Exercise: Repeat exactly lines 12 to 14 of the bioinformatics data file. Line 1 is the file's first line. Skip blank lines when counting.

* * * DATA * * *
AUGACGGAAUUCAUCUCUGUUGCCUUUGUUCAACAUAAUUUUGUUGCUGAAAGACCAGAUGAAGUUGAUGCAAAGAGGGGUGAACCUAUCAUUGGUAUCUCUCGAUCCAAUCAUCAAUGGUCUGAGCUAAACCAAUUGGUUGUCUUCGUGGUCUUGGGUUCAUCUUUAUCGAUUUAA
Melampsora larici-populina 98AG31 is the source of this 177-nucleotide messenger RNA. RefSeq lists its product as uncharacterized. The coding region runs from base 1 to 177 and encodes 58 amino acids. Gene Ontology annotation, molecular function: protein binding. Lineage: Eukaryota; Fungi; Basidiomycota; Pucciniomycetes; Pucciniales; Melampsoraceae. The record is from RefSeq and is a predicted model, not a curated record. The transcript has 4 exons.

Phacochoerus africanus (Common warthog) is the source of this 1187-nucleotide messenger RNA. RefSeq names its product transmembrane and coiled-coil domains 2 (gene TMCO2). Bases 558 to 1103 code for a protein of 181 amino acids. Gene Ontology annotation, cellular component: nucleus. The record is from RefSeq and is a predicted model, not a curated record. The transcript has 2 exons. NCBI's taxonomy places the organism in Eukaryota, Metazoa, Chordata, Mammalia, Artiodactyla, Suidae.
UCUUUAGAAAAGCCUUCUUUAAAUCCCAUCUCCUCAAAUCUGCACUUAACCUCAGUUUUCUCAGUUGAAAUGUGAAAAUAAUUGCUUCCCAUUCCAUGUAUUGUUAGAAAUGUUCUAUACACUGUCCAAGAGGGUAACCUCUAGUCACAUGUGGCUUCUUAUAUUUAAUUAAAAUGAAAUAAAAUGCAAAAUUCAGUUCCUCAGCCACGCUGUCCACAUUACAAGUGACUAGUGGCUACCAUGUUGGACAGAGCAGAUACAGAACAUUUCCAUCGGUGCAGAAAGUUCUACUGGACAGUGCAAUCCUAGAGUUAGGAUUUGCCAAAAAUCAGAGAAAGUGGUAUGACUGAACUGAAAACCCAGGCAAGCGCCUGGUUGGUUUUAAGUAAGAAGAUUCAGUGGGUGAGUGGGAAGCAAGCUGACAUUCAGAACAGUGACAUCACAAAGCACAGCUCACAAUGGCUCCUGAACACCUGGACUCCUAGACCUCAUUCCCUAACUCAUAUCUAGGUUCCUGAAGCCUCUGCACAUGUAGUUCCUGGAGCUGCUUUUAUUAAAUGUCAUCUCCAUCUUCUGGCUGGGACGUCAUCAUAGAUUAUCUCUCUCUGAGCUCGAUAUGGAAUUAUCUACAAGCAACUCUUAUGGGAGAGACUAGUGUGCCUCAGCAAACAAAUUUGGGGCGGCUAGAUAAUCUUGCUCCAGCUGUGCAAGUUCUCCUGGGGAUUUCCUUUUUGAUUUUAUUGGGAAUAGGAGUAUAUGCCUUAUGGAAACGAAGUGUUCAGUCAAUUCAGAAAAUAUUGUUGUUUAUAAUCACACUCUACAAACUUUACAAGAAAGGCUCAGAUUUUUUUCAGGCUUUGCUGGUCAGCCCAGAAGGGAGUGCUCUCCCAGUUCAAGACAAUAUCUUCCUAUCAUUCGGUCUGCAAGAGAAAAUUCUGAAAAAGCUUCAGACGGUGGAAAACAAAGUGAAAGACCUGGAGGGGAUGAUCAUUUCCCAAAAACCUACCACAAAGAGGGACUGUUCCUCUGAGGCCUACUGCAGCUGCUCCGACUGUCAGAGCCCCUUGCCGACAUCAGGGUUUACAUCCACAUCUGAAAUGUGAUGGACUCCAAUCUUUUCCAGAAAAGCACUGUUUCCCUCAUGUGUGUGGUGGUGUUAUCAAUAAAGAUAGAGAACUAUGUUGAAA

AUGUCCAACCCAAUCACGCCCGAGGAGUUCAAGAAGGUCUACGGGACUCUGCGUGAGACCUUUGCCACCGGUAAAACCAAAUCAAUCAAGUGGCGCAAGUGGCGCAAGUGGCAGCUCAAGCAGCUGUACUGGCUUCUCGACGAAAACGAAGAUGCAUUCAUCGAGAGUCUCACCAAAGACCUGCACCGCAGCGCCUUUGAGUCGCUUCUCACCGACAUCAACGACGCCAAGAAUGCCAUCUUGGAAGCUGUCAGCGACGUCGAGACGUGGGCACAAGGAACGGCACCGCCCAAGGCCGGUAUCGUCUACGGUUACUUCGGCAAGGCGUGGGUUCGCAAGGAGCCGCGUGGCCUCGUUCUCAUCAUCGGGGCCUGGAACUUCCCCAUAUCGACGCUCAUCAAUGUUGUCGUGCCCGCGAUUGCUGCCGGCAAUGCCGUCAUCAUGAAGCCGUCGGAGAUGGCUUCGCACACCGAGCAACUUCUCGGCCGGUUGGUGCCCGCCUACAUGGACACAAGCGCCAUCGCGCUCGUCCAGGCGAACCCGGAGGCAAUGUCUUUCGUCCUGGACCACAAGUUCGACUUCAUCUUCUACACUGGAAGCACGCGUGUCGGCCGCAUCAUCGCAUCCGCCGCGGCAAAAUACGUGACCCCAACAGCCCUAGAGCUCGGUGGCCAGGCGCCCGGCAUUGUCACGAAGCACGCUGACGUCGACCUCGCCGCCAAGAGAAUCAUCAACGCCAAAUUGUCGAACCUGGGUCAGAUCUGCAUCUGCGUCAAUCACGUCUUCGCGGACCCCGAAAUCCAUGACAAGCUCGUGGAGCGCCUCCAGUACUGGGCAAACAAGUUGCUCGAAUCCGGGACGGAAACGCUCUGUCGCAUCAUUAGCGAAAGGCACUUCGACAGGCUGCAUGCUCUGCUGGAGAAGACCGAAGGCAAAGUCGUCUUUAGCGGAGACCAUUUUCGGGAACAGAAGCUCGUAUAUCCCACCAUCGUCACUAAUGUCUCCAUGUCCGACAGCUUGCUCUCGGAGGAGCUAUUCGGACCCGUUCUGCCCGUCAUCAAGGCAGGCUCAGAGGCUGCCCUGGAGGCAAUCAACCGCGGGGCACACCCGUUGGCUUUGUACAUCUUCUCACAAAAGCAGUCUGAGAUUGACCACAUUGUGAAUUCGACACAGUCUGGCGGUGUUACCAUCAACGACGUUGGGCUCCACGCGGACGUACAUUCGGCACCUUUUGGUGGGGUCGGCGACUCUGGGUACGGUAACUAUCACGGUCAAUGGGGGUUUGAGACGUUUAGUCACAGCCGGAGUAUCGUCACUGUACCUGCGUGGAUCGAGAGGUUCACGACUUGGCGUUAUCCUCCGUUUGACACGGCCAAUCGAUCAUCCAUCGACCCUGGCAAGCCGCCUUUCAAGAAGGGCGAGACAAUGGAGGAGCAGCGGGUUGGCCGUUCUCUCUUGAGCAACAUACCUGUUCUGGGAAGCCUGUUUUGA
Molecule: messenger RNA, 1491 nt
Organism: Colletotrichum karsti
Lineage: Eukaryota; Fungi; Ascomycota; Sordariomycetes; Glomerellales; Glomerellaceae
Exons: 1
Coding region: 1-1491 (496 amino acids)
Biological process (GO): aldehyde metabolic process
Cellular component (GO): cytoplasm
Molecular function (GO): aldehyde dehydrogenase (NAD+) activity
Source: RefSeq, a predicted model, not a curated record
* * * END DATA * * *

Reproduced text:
Cellular component (GO): cytoplasm
Molecular function (GO): aldehyde dehydrogenase (NAD+) activity
Source: RefSeq, a predicted model, not a curated record